“I feel that if Hawaii is not included in this conversation, we’re going to get left behind,” Souza said. “If we’re going to have a role in this space economy, we need to start providing opportunities to really get our infrastructure in place and try to be a player in the game.”

Vassilis Syrmos, vice president for research and innovation at the University of Hawaii, said interest that the Legislature has for aerospace, space and aviation is “a great idea in every way.”

UH is already taking steps to become the state’s largest public academic institution in partnership with Virginia-based group Missile Defense Advocacy Alliance to further research and develop satellite-­based technologies.

UH is also beginning to establish a space engineering and instrument development center at the UH Institute for Astronomy’s facilities at UH Hilo, after receiving $2 million in state funds in 2023, which are scheduled to be refunded annually.

Syrmos hopes that with continuous support from the Legislature, UH students can graduate and find “highly paid, highly­ skilled, highly technical jobs” in the islands.

“It is extremely difficult to recruit individuals from the mainland,” he said. “If we can grow and educate our local talent, then it will be a win-win situation, both for the astronomy industry and for our students.”

Because Hawaii sits in the middle of the Pacific, the islands have “become the most important area” for national security in the United States, according to Syrmos, with “lots of activity and lots of interest for assets in the space domain.”

At UH, Syrmos said other space industry programs include the Hawaii Space Flight Laboratory and the Maui Institute for Astronomy’s Daniel K. Inouye Solar Telescope.

UH said other space and aerospace programs include the Mauna Kea Science Reserve on Hawaii island, Air Force Maui Optical and Supercomputing site on Maui, UH’s Institute for Astronomy and the Hawaii Institute of Geophysics and Planetology on Oahu and the Pacific Missile Range Facility on Kauai.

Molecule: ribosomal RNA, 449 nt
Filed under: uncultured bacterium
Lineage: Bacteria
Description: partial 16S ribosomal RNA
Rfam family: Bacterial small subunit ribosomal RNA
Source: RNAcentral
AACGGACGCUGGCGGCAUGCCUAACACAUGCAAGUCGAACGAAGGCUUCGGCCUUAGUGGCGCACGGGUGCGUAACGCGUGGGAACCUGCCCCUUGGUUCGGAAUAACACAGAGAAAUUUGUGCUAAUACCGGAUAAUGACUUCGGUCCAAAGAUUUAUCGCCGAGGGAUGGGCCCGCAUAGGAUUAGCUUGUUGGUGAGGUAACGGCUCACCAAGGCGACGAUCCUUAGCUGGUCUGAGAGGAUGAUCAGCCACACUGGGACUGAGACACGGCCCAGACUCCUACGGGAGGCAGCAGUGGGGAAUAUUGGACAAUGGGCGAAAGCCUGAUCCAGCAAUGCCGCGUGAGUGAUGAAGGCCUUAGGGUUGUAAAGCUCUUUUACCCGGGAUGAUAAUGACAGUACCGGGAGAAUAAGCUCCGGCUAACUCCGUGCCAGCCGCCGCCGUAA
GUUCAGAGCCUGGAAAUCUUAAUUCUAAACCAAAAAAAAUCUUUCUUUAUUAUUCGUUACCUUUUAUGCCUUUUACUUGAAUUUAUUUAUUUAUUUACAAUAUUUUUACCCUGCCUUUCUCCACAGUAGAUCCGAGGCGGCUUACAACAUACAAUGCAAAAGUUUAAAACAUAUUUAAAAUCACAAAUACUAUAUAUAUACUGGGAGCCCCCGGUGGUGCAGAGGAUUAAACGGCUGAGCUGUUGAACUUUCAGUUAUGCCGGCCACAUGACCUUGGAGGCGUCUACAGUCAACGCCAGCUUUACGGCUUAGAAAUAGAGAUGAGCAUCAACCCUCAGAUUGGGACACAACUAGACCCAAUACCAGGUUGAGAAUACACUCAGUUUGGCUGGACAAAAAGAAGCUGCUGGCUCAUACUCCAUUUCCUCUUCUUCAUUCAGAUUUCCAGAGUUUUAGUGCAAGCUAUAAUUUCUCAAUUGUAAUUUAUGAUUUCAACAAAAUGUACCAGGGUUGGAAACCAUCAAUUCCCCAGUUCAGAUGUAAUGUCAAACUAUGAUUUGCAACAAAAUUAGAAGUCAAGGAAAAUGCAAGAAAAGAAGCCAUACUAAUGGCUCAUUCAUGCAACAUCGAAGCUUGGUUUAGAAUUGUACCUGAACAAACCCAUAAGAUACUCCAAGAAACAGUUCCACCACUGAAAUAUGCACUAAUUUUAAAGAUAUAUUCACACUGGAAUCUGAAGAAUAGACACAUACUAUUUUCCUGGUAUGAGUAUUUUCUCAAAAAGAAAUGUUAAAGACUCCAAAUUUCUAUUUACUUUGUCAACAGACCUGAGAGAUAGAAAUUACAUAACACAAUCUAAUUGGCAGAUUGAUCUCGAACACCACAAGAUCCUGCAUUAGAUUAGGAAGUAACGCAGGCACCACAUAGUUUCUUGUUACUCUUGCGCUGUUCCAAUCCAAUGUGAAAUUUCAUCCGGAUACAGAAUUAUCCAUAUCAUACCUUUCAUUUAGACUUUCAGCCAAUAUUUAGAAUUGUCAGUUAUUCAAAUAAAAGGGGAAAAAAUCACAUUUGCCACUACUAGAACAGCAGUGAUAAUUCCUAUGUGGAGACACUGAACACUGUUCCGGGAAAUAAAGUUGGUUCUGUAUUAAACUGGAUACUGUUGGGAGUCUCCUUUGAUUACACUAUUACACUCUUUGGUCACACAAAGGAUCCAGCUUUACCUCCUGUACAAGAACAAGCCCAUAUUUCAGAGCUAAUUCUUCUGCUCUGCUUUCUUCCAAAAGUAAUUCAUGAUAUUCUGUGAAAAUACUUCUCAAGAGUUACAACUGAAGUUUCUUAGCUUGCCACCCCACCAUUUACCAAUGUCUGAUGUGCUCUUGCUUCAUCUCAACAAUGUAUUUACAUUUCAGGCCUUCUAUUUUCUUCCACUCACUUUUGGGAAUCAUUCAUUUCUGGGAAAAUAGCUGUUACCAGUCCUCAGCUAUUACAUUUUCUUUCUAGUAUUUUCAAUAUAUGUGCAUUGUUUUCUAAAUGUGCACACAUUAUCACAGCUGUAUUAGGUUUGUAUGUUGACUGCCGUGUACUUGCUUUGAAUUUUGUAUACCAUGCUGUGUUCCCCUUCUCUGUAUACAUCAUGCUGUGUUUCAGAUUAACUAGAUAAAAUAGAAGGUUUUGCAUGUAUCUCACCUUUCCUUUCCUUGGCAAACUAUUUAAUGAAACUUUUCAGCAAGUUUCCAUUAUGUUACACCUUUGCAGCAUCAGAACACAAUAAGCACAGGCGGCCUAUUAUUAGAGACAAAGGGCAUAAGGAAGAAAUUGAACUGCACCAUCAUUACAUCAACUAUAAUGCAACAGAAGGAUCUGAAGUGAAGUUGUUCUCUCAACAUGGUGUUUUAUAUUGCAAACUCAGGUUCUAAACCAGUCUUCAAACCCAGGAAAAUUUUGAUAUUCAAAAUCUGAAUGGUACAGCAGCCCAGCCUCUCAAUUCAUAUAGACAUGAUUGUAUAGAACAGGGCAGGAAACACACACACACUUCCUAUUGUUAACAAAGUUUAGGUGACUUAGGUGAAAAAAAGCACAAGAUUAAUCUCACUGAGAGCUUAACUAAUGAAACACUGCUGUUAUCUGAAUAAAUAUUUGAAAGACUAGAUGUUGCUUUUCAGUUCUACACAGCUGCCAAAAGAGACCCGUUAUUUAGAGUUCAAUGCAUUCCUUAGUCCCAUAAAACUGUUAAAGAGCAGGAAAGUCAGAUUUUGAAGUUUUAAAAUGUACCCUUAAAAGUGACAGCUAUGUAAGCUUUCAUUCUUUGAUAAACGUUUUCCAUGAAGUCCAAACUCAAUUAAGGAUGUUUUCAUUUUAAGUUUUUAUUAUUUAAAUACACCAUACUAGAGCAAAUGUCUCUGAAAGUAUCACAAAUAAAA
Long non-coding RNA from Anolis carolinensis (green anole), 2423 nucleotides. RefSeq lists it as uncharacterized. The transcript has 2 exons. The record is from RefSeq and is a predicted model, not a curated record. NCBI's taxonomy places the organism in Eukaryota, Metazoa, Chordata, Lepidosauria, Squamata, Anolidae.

Wakai agreed that Hawaii is “perfectly” positioned geographically and is ripe for further expansion in the space industry.

His bill, SB 2081, focuses on leveraging Hawaii’s physical position as the state closest to the equator to launch satellites.

“We have 20,000 satellites that need to be sent into orbit to satisfy your and my need for Netflix, ordering stuff on Amazon and do other things that we do on our phone,” Wakai said. “So there’s a huge demand for satellites in Hawaii.”

“I think the military is going to be supportive, the College of Engineering at the University of Hawaii is supportive, the DBEDT is supportive and anybody who’s a fan of diversification of the economy should be supportive,” he said.

He said the biggest problem with Hawaii is that “we’re not willing to take risks.”

“Oftentimes, when it comes to economic development, we only cry about the price of paradise,” Wakai said. “Stop crying and start doing.”

Both Wakai and Souza said expanding Hawaii’s space industry will provide good-paying jobs for younger workers, keep locals home and diversify the economy.

Souza hopes that her Aviation and Space Caucus will help provide “a catalyst to increase the number of jobs in Hawaii relative to technology and space and provide opportunities for our residents to thrive in the space economy.”